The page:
Has the ECB started to tighten the screws?

Christian Odendahl
08 December 2016

Given the continued weakness of inflation, the ECB was always going to extend its bond purchasing programme (‘quantitative easing’ or QE) beyond its previously scheduled end in March 2017. The question was how, exactly, the ECB would extend it. The ‘doves’ in favour of continued expansionary monetary policy hoped for a clear signal that the ECB was not going to rein in the programme until inflation was safely back at the target level of 2 per cent. The ‘hawks’ critical of the ECB’s expansionary stance hoped that it would make clear that the end of QE was nigh. Today the ECB decided to give a mixed signal.

Bond purchases will be reduced to €60 billion a month (from €80 billion) by April 2017, but run until December 2017, longer than planned. The cut in monthly bond purchases is the signal that the hawks had hoped for, even though the extension until December 2017 is longer than they would like.

But Mario Draghi also gave three dovish signals. First, the ECB decided to include bonds whose yields are below the ECB deposit rate; that is, the rate the central bank pays on banks’ excess reserves at the ECB. So far, the ECB had excluded buying such bonds for fear of being attacked for making ‘losses’ on its purchases. (That criticism was always economically questionable, but the ECB in the past decided it was not worth the hassle.) With this restriction gone, the ECB can extend QE, as it was running out of German bonds to buy (many short-term bonds of ‘safe’ countries have a negative yield, some below the deposit rate). As a result of that announcement, yields on short-term bonds fell, taking the euro down with them.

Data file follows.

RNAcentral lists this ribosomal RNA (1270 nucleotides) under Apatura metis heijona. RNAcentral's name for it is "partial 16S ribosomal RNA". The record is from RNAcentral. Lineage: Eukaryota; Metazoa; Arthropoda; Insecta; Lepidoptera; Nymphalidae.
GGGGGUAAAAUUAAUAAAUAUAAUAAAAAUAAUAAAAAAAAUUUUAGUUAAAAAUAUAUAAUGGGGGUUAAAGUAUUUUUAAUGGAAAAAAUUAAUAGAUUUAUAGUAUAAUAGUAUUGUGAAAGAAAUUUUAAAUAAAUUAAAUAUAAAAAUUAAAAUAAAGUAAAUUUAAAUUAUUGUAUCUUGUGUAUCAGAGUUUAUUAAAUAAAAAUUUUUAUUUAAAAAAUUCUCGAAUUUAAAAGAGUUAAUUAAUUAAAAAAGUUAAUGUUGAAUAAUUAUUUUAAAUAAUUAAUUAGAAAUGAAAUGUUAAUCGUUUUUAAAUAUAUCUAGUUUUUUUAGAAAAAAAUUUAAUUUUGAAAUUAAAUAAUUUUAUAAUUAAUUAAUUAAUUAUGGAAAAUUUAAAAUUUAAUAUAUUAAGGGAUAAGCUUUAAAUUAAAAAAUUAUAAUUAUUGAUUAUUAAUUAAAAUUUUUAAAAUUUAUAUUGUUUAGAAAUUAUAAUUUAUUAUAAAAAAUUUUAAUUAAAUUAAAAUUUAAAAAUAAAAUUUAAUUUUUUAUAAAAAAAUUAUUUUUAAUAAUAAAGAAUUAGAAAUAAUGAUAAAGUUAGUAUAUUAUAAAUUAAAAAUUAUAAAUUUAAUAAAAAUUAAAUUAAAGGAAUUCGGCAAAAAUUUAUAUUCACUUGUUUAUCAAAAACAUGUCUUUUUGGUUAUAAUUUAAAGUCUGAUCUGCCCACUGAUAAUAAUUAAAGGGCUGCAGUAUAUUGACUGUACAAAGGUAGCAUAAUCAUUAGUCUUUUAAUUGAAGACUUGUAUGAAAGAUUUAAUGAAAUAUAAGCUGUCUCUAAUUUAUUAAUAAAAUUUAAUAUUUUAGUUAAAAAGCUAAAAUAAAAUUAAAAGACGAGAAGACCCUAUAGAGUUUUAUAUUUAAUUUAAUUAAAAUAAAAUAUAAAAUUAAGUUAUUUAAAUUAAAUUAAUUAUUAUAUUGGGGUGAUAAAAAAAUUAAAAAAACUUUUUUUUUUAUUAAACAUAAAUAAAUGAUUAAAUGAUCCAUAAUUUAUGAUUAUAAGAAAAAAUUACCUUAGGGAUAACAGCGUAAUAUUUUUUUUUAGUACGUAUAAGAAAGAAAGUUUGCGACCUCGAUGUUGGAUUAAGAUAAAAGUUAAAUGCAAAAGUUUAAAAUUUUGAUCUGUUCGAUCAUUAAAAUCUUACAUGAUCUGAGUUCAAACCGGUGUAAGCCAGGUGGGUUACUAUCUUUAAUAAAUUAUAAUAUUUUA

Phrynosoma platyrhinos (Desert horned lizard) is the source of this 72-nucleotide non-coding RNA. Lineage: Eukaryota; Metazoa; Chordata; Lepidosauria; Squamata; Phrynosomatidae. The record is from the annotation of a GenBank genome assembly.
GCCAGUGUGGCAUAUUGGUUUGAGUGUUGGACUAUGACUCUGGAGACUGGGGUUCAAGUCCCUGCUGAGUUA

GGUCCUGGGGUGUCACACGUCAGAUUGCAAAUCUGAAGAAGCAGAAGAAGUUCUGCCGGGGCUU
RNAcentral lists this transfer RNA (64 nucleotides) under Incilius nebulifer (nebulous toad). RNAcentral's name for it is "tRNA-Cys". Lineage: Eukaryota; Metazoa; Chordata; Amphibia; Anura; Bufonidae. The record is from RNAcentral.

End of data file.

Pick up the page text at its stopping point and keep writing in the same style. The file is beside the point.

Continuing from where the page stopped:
Second, the ECB published its revised economic forecasts. While there was no real change to its projections for 2017 and 2018, its first forecast for 2019 showed that the ECB is still predicting its own failure: inflation is expected to be just 1.7 per cent in 2019, which is — in Draghi’s own words — out of line with the ECB’s target of ‘just below 2 per cent’. Such a forecast for 2019 is dovish because it signals that the ECB expects monetary policy to be accommodative for a long time.

Third, Draghi made clear that rates will stay low even after the asset purchases have stopped. This statement was meant to reassure markets that the exit from QE would not be followed by a quick rise in interest rates.

Today’s ECB decision was a compromise between hawks and doves, but overall the doves narrowly won. But the ECB has set itself up for criticism if and when a recovering oil price drives inflation above the ECB’s current projections. Will it start tightening monetary policy in that case? That would risk snuffing out the eurozone’s fragile recovery.

Christian Odendahl is chief economist at the Centre for European Reform.